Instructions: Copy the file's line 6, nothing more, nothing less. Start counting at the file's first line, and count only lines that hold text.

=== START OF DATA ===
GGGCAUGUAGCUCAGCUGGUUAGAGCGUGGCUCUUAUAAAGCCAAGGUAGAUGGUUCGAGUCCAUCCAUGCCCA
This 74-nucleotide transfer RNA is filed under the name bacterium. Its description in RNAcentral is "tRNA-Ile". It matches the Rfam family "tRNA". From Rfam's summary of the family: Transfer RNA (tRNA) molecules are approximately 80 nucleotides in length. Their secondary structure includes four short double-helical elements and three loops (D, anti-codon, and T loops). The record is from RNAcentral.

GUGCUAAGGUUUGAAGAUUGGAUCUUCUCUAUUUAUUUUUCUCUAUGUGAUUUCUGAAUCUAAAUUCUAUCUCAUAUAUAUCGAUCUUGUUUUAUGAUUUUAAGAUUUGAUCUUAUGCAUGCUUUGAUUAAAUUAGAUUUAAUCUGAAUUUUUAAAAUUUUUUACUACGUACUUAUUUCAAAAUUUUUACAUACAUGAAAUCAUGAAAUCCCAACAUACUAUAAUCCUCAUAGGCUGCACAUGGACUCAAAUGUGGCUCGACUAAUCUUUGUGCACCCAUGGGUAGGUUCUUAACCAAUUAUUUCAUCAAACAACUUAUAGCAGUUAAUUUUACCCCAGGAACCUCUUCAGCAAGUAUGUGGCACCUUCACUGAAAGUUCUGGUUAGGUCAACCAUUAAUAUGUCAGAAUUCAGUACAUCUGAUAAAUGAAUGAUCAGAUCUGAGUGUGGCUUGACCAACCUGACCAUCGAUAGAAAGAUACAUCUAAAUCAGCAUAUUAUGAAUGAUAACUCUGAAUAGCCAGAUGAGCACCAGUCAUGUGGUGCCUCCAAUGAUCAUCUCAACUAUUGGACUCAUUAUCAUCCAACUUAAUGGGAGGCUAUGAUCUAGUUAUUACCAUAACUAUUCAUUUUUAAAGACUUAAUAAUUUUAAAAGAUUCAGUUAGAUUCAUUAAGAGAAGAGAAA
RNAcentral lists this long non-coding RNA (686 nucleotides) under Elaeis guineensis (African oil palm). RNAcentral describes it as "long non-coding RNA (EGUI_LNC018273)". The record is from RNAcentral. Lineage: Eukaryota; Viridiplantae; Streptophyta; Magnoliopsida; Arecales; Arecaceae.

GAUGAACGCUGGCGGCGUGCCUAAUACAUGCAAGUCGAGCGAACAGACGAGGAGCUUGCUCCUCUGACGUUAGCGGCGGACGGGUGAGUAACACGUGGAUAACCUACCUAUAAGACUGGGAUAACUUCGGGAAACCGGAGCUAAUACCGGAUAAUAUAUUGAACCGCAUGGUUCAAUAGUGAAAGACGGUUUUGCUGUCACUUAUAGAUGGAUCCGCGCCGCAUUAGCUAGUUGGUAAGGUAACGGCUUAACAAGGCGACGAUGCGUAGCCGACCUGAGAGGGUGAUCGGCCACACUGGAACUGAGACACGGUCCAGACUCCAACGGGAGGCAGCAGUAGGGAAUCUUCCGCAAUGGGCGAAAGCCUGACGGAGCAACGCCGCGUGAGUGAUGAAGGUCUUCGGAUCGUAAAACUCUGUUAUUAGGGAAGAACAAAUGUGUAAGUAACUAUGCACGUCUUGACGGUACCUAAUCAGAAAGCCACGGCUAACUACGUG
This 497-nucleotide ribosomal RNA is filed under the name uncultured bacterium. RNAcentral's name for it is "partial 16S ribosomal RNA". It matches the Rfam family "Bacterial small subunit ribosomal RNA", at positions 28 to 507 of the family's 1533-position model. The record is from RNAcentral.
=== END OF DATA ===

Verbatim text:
This 497-nucleotide ribosomal RNA is filed under the name uncultured bacterium. RNAcentral's name for it is "partial 16S ribosomal RNA". It matches the Rfam family "Bacterial small subunit ribosomal RNA", at positions 28 to 507 of the family's 1533-position model. The record is from RNAcentral.